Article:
Figure 4: The anticipated decline in labor force participation from 2015 ‐ 2030. Source: ILO Statistics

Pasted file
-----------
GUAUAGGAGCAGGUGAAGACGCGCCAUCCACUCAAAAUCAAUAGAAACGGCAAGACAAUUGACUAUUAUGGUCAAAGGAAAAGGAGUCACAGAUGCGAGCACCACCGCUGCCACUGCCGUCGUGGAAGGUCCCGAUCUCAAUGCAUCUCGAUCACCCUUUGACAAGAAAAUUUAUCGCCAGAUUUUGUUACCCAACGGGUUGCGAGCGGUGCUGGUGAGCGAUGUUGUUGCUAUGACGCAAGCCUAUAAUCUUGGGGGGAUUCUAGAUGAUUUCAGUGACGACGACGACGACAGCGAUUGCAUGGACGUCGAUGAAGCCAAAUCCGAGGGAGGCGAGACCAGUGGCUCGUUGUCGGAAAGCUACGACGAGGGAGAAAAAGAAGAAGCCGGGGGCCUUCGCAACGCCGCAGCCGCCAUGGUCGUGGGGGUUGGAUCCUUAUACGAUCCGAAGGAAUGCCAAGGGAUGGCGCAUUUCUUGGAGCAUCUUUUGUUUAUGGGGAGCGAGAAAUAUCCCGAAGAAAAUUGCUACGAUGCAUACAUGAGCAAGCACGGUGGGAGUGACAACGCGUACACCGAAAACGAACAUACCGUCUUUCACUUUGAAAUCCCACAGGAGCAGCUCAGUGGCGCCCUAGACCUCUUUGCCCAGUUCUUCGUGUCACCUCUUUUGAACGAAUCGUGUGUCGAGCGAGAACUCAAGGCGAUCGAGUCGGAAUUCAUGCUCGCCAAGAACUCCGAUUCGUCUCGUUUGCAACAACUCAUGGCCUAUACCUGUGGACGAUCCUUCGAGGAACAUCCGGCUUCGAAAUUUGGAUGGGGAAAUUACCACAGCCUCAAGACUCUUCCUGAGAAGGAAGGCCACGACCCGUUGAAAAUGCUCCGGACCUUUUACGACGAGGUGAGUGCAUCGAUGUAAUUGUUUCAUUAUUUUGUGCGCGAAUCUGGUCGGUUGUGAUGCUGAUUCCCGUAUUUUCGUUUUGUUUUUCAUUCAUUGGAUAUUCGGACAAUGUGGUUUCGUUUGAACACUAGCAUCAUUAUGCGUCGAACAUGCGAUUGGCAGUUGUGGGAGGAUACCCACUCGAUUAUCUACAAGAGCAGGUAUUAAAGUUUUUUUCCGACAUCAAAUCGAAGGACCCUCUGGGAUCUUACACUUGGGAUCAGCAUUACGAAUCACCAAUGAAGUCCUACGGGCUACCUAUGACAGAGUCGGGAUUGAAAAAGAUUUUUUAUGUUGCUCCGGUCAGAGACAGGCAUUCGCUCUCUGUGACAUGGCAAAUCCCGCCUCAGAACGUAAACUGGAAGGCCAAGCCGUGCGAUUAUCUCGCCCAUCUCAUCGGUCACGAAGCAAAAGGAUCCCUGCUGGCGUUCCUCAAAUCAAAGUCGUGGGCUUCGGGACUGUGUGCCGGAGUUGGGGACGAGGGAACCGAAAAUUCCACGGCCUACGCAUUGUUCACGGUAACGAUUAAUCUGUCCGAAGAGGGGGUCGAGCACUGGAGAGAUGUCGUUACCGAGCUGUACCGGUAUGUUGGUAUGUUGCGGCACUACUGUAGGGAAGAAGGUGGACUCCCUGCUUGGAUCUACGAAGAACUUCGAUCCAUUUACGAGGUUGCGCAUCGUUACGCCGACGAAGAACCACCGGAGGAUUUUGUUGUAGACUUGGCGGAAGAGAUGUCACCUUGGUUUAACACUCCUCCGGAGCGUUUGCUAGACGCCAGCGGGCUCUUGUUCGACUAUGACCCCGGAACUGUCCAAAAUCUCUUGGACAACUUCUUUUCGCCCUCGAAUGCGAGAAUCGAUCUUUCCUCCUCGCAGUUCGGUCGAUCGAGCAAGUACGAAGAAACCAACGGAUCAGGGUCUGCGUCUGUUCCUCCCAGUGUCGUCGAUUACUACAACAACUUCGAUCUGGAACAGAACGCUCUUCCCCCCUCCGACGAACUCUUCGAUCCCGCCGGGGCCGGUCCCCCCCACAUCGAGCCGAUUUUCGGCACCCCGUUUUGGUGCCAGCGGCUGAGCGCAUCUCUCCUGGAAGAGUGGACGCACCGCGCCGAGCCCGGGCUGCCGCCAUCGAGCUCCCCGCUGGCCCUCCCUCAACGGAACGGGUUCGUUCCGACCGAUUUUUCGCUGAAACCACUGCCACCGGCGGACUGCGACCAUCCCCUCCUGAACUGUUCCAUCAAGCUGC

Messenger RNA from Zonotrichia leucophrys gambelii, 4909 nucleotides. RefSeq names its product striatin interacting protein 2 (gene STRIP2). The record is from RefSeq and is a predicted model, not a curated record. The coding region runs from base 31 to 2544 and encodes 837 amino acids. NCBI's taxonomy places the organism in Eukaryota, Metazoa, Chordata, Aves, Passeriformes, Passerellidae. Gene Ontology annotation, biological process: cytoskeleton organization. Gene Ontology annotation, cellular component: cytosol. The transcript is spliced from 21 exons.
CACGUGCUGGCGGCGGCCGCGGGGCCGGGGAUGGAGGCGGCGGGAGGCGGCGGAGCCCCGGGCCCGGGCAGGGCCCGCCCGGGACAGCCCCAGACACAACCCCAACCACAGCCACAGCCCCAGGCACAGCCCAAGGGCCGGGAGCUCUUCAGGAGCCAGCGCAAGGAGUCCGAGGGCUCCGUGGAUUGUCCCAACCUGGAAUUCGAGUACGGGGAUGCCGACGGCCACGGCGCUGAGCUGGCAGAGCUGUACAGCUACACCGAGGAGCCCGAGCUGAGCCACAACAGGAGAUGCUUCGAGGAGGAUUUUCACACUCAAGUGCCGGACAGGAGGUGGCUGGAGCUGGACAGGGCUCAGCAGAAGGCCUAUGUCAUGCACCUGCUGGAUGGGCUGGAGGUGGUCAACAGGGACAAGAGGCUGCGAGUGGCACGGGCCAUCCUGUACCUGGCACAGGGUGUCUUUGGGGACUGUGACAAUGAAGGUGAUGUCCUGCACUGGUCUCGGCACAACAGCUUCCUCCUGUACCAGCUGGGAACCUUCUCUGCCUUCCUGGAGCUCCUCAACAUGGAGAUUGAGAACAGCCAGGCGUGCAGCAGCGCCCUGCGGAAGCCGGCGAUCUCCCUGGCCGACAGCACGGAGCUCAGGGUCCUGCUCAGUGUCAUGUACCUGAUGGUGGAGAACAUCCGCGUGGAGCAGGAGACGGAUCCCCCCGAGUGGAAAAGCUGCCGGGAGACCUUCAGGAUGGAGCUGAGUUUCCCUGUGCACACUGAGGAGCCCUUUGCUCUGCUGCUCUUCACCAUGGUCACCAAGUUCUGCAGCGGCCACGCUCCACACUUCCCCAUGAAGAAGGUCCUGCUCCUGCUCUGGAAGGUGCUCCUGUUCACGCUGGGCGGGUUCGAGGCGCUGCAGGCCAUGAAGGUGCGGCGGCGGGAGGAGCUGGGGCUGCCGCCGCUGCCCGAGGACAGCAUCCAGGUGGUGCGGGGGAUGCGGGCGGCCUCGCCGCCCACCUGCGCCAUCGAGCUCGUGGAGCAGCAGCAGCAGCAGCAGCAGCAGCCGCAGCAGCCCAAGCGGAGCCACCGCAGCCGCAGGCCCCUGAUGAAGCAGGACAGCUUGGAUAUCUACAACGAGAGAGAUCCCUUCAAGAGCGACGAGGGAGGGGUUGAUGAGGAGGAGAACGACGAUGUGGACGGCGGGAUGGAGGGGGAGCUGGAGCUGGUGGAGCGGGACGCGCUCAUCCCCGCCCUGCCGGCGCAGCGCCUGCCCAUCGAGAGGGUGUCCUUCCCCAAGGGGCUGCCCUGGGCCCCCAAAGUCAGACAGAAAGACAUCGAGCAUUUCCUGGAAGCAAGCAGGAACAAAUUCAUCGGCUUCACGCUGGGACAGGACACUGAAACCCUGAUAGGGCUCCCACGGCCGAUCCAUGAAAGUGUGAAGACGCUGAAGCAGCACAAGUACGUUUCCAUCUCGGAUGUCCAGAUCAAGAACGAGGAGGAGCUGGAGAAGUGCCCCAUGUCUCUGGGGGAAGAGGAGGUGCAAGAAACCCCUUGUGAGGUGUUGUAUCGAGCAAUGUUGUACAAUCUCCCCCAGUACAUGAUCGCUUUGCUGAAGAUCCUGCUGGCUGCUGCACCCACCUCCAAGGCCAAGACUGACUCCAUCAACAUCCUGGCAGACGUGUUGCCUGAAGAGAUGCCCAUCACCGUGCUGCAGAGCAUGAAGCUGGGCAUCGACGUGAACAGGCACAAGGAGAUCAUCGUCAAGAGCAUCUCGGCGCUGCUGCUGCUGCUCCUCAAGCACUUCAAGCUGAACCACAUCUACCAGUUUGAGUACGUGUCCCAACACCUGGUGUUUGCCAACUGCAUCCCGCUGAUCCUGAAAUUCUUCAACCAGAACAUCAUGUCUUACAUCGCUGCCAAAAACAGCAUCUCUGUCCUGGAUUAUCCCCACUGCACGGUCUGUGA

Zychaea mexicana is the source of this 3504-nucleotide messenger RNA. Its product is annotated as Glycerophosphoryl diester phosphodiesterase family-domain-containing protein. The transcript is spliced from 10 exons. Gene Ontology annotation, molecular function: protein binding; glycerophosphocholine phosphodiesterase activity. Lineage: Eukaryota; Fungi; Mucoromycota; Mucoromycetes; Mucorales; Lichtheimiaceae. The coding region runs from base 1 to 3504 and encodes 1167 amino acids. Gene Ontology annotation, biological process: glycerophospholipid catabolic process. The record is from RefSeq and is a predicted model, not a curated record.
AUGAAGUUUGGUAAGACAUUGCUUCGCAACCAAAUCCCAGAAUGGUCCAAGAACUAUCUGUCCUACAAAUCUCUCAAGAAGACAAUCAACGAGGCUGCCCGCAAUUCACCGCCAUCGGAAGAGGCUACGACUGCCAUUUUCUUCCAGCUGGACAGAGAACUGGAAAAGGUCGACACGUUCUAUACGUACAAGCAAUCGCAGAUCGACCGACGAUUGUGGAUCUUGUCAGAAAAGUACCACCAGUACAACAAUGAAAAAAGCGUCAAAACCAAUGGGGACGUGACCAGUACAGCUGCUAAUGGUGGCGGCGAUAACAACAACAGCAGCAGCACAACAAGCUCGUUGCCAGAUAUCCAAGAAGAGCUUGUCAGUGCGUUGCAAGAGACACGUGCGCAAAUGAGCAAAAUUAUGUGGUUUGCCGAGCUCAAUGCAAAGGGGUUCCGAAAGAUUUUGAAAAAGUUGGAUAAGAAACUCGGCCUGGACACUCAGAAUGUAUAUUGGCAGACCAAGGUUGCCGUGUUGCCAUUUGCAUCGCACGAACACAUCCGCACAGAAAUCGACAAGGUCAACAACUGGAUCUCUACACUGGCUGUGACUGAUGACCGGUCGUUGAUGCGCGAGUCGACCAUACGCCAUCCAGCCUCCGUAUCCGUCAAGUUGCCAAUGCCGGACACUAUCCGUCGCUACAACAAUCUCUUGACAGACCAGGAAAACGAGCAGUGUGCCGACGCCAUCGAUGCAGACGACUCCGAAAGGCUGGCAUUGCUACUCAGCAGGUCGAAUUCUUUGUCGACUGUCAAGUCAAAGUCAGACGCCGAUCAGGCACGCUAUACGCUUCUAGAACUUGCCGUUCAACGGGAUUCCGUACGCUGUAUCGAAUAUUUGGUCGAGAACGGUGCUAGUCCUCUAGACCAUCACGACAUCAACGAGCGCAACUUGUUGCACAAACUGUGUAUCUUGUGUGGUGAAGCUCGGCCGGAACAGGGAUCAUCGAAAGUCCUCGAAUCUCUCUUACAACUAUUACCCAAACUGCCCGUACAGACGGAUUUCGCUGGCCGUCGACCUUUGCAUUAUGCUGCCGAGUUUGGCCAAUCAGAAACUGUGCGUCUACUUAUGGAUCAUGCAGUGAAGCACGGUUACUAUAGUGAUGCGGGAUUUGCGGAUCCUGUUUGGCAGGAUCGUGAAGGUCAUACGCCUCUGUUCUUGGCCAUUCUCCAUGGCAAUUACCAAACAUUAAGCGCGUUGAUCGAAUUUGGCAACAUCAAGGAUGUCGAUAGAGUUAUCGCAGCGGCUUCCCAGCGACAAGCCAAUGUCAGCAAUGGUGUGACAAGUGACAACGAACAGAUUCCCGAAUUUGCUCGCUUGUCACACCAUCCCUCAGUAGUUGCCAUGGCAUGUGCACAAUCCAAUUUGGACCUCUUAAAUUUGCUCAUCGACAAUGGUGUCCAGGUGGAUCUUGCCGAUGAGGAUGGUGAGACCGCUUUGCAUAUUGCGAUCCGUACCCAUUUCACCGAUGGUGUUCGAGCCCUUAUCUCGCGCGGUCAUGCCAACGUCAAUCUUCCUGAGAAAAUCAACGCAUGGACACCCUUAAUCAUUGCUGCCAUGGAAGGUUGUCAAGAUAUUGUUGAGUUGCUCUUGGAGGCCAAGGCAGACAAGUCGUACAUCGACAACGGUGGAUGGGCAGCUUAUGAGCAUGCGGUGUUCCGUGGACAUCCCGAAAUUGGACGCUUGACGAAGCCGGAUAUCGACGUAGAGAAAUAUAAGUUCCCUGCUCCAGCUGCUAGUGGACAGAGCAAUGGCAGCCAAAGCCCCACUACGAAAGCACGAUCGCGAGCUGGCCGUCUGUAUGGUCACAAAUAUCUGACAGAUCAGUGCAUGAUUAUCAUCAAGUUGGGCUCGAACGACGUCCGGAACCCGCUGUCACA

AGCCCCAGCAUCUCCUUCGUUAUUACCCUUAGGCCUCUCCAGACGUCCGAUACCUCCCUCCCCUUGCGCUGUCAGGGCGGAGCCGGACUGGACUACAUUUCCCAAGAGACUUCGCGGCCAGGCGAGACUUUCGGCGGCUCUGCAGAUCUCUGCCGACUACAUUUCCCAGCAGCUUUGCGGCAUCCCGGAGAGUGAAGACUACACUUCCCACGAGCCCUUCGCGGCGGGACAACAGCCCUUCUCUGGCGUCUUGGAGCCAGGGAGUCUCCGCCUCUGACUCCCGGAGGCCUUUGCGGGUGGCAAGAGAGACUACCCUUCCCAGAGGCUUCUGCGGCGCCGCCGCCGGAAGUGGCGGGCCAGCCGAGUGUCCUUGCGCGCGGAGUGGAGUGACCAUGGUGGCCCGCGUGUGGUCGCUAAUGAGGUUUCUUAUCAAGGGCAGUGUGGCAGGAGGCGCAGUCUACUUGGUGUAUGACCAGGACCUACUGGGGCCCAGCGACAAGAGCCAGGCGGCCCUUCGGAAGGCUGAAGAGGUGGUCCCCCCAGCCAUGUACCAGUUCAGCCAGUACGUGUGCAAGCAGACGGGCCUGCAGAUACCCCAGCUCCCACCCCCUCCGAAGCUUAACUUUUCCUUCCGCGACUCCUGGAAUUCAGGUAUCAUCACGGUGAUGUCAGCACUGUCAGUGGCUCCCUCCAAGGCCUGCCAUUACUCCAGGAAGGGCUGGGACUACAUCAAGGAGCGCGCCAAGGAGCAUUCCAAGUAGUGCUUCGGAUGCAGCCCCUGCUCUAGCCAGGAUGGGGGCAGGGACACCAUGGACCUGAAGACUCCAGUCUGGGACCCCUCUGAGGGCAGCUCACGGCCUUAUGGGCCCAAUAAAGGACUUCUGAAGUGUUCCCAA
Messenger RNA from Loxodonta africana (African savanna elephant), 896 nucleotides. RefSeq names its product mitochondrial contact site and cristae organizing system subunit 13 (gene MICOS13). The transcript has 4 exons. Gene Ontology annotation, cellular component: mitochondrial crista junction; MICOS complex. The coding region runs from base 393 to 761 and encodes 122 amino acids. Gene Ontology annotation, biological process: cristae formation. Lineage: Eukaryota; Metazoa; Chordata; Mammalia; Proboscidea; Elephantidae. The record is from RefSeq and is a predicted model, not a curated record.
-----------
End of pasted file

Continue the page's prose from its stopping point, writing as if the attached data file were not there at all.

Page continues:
Global inflationary trends. The pandemic and the U.S. government’s reaction have created an environment that risks sparking a liquidity‐fueled period of runaway inflation, but those are not the only dangers. Global macroeconomic trends, some related to the pandemic, some geopolitical, and others demographic, pose longer‐term threats. As mentioned above, the U.S. (along with other developed nations) has experienced a period of low inflation for three decades, marked by muted growth and falling interest rates. Economists are not exactly sure why, but a contributing factor may be the huge influx of cheap global labor, particularly from China, that has tamped down wages in developed economies. This global pool of inexpensive labor is expected to shrink in coming years for a variety of reasons. For one, the growth of China’s more educated middle class has raised wages in the country. Additionally, the legacy of China’s “one child” policy has created a future demographic crisis with a decreasing population that will lack enough working‐age people to sustain the aging majority. Developed economies are seeing similar demographic trends with populations increasingly skewing older. Combine a shrinking working‐age population (see Figure 4) with a shortage of inexpensive labor, and the result may be a world with too few workers, putting upward pressure on wages. Other catalysts for inflation loom as well, such as trends away from globalization (e.g., increased tariffs, populist movements like Brexit, etc.), widespread deficit spending and growing global debt, and a weakening dollar that may no longer hold its place as the world’s reserve currency (see our 2Q2020 letter for more on this topic).